Northwest heat endangers crops

Story highlights

NEW: Temperatures are as much as 15 degrees above normal in the Northwest

NEW: A Montana farmer fears he could lose 30% to 40% of his crop because of the heat

Temperatures Tuesday in California may go as high as 125

Last 12 months were the hottest on record in the U.S., report says

CNN  — 

It’s been more than a month since Jerry Mann’s 9,000-acre farm has gotten rain, and when the 56-year-old Montana man examines the dry, shriveling kernels of wheat and barley, he’s understandably nervous.

“We’re looking at a 30-40% drop in the usual yield if we don’t get some rain here real soon,” he said.

The high Tuesday in Great Falls, Montana, is 95, a number that pales in comparison to the triple digits seen recently in other parts of the country, but presents major problems for its residents – particularly those involved in agriculture.

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With cooling temperatures in the South and Midwest, national attention has shifted to Arizona and California, where temperatures are well above 100.

But the real story is temperatures up to 15 degrees above normal in northwestern cities such as Great Falls, according to CNN meteorologist Sarah Dillingham.

Mann, 56, knows the land and knows the crops. He was born into farming, and on that land he’s raised wheat, barley and a family.

A 30% to 40% drop in yield, of course, means a 30% to 40% drop in income.

“You worry,” he said, sighing. “But there’s nothing you can do about it.”

The heat came early this year, but it isn’t uncommon for Montana temperatures to swing wildly, said Great Falls Fire Chief Randall McCamley. It’s one of the things he likes about Great Falls, where he has lived for 30 years.

“We can break a record high and a record low on the same day here,” he said. “It keeps us guessing.”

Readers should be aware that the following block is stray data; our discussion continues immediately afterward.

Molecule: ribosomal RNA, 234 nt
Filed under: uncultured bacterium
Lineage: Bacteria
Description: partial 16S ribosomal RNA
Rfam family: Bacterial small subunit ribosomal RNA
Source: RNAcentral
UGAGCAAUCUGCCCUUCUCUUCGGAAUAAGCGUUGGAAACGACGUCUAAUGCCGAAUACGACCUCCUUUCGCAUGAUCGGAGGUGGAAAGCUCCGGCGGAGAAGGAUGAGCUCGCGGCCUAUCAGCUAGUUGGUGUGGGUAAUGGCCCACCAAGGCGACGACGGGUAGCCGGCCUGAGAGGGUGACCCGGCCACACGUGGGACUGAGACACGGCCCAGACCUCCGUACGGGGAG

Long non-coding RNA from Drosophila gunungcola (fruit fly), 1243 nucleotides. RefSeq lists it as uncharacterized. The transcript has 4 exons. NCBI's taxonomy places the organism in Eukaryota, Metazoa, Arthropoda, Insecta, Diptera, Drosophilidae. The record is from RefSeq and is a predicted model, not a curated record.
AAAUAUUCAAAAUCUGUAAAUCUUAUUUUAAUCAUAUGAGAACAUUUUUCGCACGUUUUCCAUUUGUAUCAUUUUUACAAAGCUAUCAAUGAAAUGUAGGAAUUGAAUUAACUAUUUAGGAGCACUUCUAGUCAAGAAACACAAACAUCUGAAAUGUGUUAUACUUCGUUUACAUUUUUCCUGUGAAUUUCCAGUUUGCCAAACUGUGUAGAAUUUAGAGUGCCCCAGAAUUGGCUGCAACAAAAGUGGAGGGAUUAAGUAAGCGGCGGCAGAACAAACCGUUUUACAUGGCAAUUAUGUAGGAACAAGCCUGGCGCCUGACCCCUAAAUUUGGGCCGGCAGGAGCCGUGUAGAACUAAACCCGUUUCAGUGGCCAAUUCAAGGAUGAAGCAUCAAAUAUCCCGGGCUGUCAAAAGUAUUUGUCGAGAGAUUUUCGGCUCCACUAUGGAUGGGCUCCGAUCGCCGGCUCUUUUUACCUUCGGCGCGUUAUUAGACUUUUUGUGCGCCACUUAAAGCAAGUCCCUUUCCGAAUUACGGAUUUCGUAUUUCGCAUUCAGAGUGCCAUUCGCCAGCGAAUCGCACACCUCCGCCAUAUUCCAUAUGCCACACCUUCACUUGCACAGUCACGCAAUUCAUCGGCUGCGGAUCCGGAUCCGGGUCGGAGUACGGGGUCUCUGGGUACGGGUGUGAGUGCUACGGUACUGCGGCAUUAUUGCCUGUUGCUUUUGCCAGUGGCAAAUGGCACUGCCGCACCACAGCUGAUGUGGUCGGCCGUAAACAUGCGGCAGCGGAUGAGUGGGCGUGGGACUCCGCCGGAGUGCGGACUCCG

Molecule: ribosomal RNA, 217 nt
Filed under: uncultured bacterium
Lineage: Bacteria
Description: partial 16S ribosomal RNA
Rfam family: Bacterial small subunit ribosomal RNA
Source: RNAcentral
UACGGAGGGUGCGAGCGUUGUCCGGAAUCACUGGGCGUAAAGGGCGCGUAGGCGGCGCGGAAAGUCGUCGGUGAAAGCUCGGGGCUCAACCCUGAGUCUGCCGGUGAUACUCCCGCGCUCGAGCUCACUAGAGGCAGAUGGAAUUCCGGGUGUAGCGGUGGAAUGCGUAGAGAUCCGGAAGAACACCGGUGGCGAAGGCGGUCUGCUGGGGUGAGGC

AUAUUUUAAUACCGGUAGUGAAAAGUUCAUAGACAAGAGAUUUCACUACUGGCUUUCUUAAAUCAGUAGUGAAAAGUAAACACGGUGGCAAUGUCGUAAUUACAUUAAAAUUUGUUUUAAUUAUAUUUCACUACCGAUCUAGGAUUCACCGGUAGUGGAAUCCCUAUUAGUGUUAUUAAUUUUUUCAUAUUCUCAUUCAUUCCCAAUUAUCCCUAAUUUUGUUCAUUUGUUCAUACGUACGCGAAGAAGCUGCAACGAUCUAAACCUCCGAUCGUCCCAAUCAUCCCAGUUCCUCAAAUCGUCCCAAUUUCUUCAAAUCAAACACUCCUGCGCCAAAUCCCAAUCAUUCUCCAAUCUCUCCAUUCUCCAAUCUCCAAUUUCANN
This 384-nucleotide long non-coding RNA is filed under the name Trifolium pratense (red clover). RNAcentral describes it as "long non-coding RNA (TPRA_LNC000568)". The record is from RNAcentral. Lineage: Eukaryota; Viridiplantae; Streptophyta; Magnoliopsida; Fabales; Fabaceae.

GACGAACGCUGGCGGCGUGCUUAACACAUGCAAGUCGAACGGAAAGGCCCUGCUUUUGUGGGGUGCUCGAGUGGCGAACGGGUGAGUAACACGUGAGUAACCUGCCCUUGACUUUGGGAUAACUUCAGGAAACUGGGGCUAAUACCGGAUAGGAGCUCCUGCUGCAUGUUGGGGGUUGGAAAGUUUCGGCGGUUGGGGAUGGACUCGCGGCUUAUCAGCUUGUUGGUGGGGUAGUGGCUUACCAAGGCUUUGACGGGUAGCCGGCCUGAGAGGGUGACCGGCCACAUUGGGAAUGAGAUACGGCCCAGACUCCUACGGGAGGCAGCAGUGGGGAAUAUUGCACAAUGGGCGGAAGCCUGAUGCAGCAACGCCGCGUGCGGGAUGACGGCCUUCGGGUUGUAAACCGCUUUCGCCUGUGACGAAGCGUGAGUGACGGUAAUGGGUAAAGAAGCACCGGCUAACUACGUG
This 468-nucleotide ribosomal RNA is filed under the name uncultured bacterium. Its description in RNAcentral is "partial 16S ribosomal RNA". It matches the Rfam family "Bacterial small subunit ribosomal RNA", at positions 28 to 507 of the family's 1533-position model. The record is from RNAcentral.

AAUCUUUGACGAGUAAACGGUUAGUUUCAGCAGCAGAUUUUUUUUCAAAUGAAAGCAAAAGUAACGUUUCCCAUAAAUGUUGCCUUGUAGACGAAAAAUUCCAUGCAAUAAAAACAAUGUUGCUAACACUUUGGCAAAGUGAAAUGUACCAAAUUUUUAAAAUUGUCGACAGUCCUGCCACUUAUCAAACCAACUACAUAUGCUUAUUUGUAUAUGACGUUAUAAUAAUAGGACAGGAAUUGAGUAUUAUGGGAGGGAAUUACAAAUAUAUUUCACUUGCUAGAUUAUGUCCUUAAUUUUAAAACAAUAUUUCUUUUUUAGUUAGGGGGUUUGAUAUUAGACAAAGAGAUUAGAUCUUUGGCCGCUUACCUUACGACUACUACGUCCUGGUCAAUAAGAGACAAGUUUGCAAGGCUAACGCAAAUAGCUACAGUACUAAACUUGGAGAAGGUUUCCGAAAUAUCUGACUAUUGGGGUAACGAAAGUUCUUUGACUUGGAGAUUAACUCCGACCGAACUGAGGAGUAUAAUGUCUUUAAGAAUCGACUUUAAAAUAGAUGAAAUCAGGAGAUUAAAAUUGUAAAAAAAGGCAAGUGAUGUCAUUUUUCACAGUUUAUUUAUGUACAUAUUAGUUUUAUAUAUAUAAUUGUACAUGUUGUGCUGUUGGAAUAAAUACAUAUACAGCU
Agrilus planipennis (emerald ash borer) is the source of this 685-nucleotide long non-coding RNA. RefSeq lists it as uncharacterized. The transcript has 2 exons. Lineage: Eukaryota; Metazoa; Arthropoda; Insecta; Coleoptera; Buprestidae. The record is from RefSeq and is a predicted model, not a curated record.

Though untimely, the temperatures in Montana haven’t caused any heat-related deaths, state officials said.

But at least 51 people elsewhere in the United States have died from heat-related – or heat-exacerbated – causes in the past two weeks. It is difficult to determine an exact number because of a lag time in official counts and differences in the states’ standards.

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The National Weather Service has issued excessive heat warnings for parts of Arizona, California and Nevada through Wednesday, with temperatures forecast to peak Tuesday at 113 degrees in Las Vegas; 113 in Phoenix; 116 degrees in Yuma, Arizona; and 125 degrees in Death Valley, California.

In the Las Vegas Valley, local officials are opening up cooling stations Tuesday to give residents a place to beat the heat. Forecast highs in the 100s will continue into next week.

But as the Southwest heated up, the rest of the nation began returning to normal summertime temperatures.

A cold front pushed through the Midwest, as well as parts of the South and mid-Atlantic states, sparking severe storms and heavy rain in some areas.

The cool-down follows a heat wave that roasted much of the country for more than a week and comes as the National Climatic Data Center reported the mainland United States has experienced the warmest 12 months since record-keeping began in 1895.

Past twelve months warmest ever recorded in U.S.

The report does not take into account blistering heat from this month, with 2,116 high-temperature marks either broken or tied between July 2 and July 8 in communities nationwide.

But it does incorporate the warmest March recorded as well as extreme heat in June, which also helped make the first six months of 2012 the warmest recorded of any January-June stretch.

“There are a lot of things going on that have been very unusual over the last several months,” said Dev Niyogi, earth and atmospheric sciences professor at Purdue University.

In the last half of June, 170 all-time temperature records were matched or smashed in cities across the lower 48 states. The U.S. State Climate Extremes Committee also is reviewing whether 113-degree temperatures in South Carolina and 112-degree recordings in Georgia qualify as all-time records in those two states.

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CNN’s Ed Payne, Greg Botelho, Joe Sutton, Devon Sayers and Dave Alsup contributed to this report.